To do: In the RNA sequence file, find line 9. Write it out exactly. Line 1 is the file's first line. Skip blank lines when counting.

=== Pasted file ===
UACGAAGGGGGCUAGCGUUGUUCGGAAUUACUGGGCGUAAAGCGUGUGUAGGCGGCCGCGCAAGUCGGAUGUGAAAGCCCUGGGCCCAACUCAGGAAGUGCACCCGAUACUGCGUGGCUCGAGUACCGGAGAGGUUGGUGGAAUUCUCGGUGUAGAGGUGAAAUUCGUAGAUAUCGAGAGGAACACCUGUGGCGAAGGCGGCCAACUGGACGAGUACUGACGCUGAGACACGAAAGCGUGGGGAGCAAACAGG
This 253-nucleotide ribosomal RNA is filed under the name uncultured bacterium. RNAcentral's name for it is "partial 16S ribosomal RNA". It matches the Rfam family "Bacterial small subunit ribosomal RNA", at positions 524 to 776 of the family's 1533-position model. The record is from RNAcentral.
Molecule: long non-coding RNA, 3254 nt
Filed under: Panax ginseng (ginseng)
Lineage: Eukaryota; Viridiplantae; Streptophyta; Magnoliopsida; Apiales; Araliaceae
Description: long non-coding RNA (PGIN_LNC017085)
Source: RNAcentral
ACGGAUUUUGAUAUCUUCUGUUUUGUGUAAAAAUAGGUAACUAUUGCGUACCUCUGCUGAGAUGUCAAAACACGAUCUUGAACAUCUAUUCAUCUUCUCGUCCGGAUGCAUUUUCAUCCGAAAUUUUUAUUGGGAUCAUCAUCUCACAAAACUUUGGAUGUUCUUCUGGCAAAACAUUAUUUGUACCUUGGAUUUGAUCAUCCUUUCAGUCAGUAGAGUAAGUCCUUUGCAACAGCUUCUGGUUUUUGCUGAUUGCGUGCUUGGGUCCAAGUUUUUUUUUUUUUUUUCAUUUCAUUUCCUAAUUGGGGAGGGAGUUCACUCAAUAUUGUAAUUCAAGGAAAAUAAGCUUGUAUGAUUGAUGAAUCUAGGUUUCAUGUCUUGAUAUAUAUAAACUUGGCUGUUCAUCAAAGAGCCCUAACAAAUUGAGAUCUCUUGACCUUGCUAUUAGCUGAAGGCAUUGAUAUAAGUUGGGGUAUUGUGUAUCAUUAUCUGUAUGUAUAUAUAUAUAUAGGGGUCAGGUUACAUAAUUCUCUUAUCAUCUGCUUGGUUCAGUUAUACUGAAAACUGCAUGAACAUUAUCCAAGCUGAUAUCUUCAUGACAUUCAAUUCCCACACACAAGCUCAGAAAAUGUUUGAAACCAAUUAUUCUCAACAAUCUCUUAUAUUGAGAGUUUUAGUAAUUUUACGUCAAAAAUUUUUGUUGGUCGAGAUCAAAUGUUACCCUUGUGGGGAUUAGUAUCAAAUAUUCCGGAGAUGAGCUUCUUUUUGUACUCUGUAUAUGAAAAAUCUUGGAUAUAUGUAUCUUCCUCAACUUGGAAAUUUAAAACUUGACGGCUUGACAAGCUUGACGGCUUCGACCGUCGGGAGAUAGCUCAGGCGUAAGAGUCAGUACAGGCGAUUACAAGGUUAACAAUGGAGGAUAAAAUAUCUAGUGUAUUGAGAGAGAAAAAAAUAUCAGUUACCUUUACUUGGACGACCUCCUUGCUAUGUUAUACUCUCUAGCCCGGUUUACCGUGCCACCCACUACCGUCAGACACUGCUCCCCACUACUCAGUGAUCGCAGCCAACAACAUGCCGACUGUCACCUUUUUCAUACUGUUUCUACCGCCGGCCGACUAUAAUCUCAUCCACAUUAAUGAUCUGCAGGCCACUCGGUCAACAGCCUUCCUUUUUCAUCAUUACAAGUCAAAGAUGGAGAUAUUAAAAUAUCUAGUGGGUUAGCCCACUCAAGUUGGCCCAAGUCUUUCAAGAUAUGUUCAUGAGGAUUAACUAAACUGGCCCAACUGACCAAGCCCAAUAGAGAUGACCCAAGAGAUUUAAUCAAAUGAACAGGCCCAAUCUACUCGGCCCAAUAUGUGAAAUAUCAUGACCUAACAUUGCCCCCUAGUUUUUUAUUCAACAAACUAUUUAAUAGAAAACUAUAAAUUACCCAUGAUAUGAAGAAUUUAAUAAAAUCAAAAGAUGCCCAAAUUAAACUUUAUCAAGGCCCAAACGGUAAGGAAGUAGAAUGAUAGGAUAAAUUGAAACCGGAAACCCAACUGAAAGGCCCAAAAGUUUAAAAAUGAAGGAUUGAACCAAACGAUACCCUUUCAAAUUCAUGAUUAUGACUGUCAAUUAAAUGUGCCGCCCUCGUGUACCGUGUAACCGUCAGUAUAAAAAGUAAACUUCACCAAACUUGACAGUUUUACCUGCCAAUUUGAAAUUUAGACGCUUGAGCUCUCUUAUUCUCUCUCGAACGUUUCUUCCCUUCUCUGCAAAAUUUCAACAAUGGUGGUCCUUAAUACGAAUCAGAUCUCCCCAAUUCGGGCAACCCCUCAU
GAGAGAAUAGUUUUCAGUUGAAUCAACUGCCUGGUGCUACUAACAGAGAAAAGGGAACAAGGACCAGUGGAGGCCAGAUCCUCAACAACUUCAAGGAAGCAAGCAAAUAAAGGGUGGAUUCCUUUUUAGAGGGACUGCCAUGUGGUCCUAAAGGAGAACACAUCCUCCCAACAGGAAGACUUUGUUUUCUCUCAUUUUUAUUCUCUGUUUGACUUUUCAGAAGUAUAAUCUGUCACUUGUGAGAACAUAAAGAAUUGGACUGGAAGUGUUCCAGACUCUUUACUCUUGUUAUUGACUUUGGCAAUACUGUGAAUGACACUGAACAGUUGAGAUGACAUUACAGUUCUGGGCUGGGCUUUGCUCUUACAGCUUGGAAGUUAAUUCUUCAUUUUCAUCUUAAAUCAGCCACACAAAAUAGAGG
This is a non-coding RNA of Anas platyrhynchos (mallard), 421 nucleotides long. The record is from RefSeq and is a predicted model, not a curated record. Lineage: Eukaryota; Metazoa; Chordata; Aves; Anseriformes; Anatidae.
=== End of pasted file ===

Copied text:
GAGAGAAUAGUUUUCAGUUGAAUCAACUGCCUGGUGCUACUAACAGAGAAAAGGGAACAAGGACCAGUGGAGGCCAGAUCCUCAACAACUUCAAGGAAGCAAGCAAAUAAAGGGUGGAUUCCUUUUUAGAGGGACUGCCAUGUGGUCCUAAAGGAGAACACAUCCUCCCAACAGGAAGACUUUGUUUUCUCUCAUUUUUAUUCUCUGUUUGACUUUUCAGAAGUAUAAUCUGUCACUUGUGAGAACAUAAAGAAUUGGACUGGAAGUGUUCCAGACUCUUUACUCUUGUUAUUGACUUUGGCAAUACUGUGAAUGACACUGAACAGUUGAGAUGACAUUACAGUUCUGGGCUGGGCUUUGCUCUUACAGCUUGGAAGUUAAUUCUUCAUUUUCAUCUUAAAUCAGCCACACAAAAUAGAGG